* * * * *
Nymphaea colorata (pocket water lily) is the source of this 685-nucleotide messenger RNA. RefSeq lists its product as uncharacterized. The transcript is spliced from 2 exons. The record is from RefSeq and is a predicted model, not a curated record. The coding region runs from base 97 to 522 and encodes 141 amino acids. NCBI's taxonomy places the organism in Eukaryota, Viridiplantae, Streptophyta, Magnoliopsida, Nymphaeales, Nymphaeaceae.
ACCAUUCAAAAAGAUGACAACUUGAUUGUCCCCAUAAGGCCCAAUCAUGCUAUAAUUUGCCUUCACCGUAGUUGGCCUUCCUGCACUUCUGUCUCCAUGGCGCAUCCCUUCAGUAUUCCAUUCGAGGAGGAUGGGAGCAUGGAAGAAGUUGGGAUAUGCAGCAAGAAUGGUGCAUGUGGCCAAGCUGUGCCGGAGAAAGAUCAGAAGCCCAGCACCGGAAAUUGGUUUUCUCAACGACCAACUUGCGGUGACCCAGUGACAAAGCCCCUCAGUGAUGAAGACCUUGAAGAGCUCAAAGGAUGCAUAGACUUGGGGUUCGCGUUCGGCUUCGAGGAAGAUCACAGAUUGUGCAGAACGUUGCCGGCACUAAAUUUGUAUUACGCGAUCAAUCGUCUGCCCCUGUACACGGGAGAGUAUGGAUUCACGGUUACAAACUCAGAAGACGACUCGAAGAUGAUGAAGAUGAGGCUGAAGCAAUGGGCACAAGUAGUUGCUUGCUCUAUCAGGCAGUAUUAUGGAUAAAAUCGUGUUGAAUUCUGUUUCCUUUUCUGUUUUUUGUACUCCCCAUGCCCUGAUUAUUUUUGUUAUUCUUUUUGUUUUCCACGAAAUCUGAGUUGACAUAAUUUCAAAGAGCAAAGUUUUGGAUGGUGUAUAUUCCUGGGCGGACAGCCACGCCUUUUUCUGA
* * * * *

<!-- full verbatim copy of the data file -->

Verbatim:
Nymphaea colorata (pocket water lily) is the source of this 685-nucleotide messenger RNA. RefSeq lists its product as uncharacterized. The transcript is spliced from 2 exons. The record is from RefSeq and is a predicted model, not a curated record. The coding region runs from base 97 to 522 and encodes 141 amino acids. NCBI's taxonomy places the organism in Eukaryota, Viridiplantae, Streptophyta, Magnoliopsida, Nymphaeales, Nymphaeaceae.
ACCAUUCAAAAAGAUGACAACUUGAUUGUCCCCAUAAGGCCCAAUCAUGCUAUAAUUUGCCUUCACCGUAGUUGGCCUUCCUGCACUUCUGUCUCCAUGGCGCAUCCCUUCAGUAUUCCAUUCGAGGAGGAUGGGAGCAUGGAAGAAGUUGGGAUAUGCAGCAAGAAUGGUGCAUGUGGCCAAGCUGUGCCGGAGAAAGAUCAGAAGCCCAGCACCGGAAAUUGGUUUUCUCAACGACCAACUUGCGGUGACCCAGUGACAAAGCCCCUCAGUGAUGAAGACCUUGAAGAGCUCAAAGGAUGCAUAGACUUGGGGUUCGCGUUCGGCUUCGAGGAAGAUCACAGAUUGUGCAGAACGUUGCCGGCACUAAAUUUGUAUUACGCGAUCAAUCGUCUGCCCCUGUACACGGGAGAGUAUGGAUUCACGGUUACAAACUCAGAAGACGACUCGAAGAUGAUGAAGAUGAGGCUGAAGCAAUGGGCACAAGUAGUUGCUUGCUCUAUCAGGCAGUAUUAUGGAUAAAAUCGUGUUGAAUUCUGUUUCCUUUUCUGUUUUUUGUACUCCCCAUGCCCUGAUUAUUUUUGUUAUUCUUUUUGUUUUCCACGAAAUCUGAGUUGACAUAAUUUCAAAGAGCAAAGUUUUGGAUGGUGUAUAUUCCUGGGCGGACAGCCACGCCUUUUUCUGA